Most boxing observers expect Manny Pacquiao to defeat Shane Mosley rather easily. If Pacquiao were facing a prime Mosley of five years ago, then this fight might be a different proposition. My only question about the fight is this: Will Pacquiao survive his Floyd Mayweather moment?
In the second round of the Mayweather-Mosley fight, Shane Mosley uncorked a vicious right hand that buckled the knees of Mayweather. It may have been the single best punch ever to land on Mayweather. I'm not sure that Mosley could have thrown it any better. Mayweather was immediately hurt by the punch and Mosley landed two additional right hands that caused damage. By the end of the round, Mayweather had collected himself and was out of imminent danger. He boxed beautifully against Mosley throughout the rest of the fight and went on to win a dominating points victory.
Pacquiao will face a similar moment against Mosley. Mosley can still punch and Pacquiao's defense is not on the same level as that of Floyd Mayweather's; Mosley will land some big right hands. Pacquiao has met some real bangers at welterweight and above (Cotto and Margarito), but he has yet to meet a fighter with one-punch knockout ability at the higher weights. Mosley will not be able to chase Pacquiao around the ring and it is very unlikely that he will win a points decision. His only way to win is by a knockout. If Pacquiao can withstand Mosley's right hand, like Mayweather did, then the fight will be easy. If not, then Mosley may have a real shot.
Two months ago, Anselmo Moreno was a fairly anonymous bantamweight titlist from Panama. Known as a mover and definitely not a puncher, Moreno had made eight title defenses against solid competition. Two points about his title reign: he had defeated opponents in hostile territory (France, Germany) and four of his defenses were won by narrow, split decisions. He had never fought in America or Mexico and his overall exposure within the sport had been limited.
Today, Moreno surprisingly finds himself in the middle of a fierce bidding war between Top Rank and Golden Boy. As Nonito Donaire (who as of now fights for Top Rank) and Abner Mares (Golden Boy) emerge as stars in the sport, their promoters need to find suitable opponents, because Top Rank and Golden Boy fighters will not face each other.
Reportedly, Moreno is on the verge of signing a long-term contract with Golden Boy, but he seems to have an internal management problem, whereby multiple people claim they have managerial rights to negotiate on his behalf. What looked like a case of Moreno magically finding himself at the absolute right place at the right time has taken some additional strange turns.
Moreno has a short window to make some real money. Up until now, American promotional entities and networks with their finite resources weren't clamoring to enlist a slick, seemingly anonymous boxer. If his management situation gets cleared up, he may have some great fights ahead of him. It would be a shame if he squandered this wonderful opportunity.
Hernan Marquez and Luis Concepcion engaged in a vicious war last Saturday night in Panama. Fighting for a flyweight title, both fighters scored knockdowns in a wild first round. Subsequently, Marques dropped Concepcion in the third and tenth rounds. Throughout the fight, there were multiple round-of-the-year candidates, with both fighters throwing constant barrages of power shots. The ringside doctor examined Concepcion's eye after the tenth round and stopped the fight, giving Marquez the TKO victory.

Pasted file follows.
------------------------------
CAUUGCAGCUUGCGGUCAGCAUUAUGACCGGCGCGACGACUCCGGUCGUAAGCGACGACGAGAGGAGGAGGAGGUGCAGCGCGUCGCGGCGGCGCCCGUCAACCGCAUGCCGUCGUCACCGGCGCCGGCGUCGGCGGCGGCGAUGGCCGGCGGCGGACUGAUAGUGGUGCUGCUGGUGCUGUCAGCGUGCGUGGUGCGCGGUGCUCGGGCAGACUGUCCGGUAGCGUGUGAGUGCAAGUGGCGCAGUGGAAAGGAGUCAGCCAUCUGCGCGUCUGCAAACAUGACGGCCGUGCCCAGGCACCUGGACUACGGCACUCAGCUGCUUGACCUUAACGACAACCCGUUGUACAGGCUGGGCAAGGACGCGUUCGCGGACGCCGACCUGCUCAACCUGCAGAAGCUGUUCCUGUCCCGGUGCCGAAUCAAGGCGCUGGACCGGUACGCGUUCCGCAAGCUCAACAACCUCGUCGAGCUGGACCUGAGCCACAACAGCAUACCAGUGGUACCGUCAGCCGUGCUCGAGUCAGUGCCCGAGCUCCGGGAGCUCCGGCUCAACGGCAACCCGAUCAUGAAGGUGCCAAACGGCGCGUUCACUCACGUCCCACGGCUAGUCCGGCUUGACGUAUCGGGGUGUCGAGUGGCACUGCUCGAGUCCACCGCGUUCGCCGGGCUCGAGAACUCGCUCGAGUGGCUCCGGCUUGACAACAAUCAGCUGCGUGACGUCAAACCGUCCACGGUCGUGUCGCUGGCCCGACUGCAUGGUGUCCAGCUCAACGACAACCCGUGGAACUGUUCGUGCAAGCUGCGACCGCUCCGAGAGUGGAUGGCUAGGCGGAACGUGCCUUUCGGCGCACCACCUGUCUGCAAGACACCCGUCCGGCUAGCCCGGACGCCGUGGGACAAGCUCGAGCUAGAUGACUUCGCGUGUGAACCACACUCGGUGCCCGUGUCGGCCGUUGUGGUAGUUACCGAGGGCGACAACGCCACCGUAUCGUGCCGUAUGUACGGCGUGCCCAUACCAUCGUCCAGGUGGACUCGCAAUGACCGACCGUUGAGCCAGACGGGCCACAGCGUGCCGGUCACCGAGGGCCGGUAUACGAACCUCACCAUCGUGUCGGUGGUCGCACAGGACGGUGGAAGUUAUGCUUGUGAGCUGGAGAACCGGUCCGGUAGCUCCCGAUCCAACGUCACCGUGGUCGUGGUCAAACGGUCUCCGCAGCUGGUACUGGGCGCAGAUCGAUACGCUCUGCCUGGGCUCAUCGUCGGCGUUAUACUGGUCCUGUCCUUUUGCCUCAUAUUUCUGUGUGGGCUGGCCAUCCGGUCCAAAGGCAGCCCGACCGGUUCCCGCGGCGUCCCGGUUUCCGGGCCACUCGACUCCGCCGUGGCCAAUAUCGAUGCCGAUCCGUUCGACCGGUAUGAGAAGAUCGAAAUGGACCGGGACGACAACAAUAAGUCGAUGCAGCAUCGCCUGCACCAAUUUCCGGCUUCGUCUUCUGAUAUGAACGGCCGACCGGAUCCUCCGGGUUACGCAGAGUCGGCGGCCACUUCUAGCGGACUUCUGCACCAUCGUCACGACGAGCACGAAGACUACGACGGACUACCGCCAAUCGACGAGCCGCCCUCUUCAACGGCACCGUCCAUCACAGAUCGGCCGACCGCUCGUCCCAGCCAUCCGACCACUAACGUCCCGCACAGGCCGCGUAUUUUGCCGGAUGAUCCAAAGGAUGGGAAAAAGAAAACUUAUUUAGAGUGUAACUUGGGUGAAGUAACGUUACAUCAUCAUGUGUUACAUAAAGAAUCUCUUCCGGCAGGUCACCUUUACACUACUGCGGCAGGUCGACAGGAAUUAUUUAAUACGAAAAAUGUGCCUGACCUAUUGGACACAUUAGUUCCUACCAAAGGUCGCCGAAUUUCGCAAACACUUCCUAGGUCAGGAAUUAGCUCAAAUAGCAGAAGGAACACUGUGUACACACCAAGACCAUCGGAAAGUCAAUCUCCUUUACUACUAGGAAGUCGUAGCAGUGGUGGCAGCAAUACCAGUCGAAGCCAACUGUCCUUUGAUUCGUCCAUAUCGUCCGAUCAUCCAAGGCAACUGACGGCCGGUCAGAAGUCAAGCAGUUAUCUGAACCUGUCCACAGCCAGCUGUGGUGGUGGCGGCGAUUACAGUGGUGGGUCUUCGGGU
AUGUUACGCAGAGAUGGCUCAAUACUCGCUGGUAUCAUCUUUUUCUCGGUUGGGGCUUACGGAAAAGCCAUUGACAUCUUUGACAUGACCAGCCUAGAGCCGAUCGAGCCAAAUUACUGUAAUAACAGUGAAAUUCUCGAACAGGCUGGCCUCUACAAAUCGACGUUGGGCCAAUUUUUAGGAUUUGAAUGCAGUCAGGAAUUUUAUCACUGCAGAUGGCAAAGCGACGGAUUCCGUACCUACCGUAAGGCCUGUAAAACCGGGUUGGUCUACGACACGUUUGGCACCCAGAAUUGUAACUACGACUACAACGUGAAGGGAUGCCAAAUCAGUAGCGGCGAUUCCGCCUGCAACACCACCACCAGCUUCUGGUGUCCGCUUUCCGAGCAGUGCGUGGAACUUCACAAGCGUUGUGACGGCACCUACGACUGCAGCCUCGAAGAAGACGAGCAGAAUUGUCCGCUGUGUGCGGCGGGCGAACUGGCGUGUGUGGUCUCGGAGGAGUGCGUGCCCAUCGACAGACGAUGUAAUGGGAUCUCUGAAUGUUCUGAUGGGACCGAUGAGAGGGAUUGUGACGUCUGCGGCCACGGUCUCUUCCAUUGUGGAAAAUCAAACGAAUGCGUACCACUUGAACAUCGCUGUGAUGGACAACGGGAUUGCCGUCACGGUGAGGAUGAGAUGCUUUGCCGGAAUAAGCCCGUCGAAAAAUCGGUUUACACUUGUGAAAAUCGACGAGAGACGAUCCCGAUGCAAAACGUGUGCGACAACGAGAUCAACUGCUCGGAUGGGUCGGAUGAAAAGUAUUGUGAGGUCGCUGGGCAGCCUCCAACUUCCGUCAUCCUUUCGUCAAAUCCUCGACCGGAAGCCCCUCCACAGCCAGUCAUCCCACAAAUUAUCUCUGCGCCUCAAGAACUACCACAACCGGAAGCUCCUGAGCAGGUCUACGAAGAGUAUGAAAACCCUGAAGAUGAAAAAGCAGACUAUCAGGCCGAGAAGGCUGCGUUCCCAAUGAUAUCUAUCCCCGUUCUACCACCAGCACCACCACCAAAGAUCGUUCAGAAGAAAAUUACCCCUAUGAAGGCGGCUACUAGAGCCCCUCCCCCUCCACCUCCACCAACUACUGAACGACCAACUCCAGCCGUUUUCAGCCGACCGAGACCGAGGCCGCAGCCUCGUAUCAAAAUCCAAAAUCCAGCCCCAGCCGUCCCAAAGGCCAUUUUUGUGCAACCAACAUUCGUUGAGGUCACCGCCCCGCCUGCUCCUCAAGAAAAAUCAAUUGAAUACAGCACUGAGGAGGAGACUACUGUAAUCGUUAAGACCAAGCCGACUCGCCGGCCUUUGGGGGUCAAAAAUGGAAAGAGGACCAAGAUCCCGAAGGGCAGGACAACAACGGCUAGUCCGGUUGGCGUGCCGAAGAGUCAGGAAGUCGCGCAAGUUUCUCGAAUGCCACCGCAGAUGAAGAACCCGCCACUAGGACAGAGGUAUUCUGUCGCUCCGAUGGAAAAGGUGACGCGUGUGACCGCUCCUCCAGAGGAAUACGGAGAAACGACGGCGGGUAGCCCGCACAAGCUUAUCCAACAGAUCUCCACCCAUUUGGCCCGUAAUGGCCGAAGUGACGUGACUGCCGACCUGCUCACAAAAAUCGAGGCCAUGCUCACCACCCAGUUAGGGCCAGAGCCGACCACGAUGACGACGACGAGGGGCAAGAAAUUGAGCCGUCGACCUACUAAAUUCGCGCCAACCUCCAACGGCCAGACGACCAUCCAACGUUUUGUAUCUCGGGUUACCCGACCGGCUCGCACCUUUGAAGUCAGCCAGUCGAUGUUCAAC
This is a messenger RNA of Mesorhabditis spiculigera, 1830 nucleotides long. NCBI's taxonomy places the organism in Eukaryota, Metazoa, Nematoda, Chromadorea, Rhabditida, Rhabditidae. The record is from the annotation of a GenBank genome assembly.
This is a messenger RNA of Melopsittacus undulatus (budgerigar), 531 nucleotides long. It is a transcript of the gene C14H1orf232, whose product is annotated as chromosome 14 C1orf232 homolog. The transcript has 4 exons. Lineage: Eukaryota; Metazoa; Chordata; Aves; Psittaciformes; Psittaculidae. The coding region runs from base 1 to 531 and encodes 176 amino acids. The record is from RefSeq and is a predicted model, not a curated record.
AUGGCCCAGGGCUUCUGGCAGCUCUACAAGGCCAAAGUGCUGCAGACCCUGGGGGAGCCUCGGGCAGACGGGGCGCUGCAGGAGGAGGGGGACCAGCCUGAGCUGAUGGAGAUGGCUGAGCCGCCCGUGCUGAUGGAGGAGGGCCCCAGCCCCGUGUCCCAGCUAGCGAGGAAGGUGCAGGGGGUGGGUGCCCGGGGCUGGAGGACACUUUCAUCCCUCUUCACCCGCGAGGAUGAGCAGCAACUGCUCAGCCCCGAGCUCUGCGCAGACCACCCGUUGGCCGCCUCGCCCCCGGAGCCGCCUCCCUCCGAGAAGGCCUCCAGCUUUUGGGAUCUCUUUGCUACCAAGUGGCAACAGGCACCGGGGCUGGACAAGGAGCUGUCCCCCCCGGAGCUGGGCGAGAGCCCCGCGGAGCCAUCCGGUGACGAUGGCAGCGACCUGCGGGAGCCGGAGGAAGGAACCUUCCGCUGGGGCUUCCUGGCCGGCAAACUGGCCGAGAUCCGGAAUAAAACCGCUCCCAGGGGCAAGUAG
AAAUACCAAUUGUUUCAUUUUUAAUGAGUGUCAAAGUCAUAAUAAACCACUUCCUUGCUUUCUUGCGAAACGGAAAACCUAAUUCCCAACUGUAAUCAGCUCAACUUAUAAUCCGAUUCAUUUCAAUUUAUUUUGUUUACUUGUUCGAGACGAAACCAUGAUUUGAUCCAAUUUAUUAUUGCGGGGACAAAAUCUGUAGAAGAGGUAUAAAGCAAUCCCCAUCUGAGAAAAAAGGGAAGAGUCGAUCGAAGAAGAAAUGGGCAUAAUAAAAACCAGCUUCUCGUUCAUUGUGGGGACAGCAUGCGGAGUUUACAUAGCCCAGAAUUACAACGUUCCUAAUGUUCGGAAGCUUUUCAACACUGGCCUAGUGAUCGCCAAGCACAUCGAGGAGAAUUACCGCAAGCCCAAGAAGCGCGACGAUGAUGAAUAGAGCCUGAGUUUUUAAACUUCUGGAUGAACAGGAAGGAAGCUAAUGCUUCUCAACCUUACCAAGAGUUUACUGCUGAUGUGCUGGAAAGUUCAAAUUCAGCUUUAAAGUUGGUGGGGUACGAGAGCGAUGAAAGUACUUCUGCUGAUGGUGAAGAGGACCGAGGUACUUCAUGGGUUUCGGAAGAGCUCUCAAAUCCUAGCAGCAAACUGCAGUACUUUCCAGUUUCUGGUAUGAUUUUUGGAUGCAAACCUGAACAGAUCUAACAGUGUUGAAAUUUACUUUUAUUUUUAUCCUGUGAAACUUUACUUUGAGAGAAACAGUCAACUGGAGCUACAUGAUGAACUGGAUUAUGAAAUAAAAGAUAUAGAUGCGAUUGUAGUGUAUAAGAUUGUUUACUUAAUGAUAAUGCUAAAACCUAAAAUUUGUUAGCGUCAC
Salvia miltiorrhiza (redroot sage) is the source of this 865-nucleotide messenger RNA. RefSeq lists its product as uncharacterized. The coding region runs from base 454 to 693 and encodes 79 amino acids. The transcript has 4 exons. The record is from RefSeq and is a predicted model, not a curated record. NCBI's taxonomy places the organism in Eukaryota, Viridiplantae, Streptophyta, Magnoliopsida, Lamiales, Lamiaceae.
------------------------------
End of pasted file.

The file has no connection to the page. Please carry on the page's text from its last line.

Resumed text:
As an offensive battle, this fight most reminded me of the Arturo Gatti-Micky Ward matchups. Like Gatti, Concepcion dances on his toes on the outside but in the pocket he stands flat-footed throwing punishing right hands with reckless abandon. With his white shorts and wide ring stance, Concepcion even looked like a smaller version of Gatti, inching forward, walking down his opponent and taking two shots to throw his straight right hand. Marquez moves a little more than Ward did and he is a southpaw not an orthodox fighter. He lacks Ward's signature hook, but Marquez displays the same willingness to take punishment. Like Ward, he believes that despite all incoming fire, eventually his power shots will determine the outcome of the fight.
Like the Ward-Gatti fights, Marquez-Concepcion exhibited virtually no defense. Concepcion's only defense was his chin – not a good strategy for a long career; Marquez would at least circle a little bit. A major component of boxing is not getting hit. Marquez and Concepcion abandoned that important precept during their fight. Consequently, their matchup was not fought at the same skill level as the Israel Vazquez-Rafael Marquez or Diego Corrales-Jose Luis Castillo fights.
That's OK. If their fight only met the quality of the first Ward-Gatti fight, that lofty standard is still more entertaining than 99.9% of the fights in boxing history. If Marquez and Concepcion aren't great fighters, they made a great fight.
All-out wars are a lot of fun to watch. It's what makes us boxing fans. Too many fighters today lack the willingness to engage in such fierce battles. I applaud the competitive spirits of both Marquez and Concepcion. It was a great fight to watch and both fighters gave career-defining performances. If they can adequately recover from last week's savagery, there will be big fights for both on the horizon. Without additional commitments to defense, I think the ceilings for both fighters have been set. Again, so be it. There's a huge market for entertaining, offensive-minded sluggers. If only we could find a dozen more.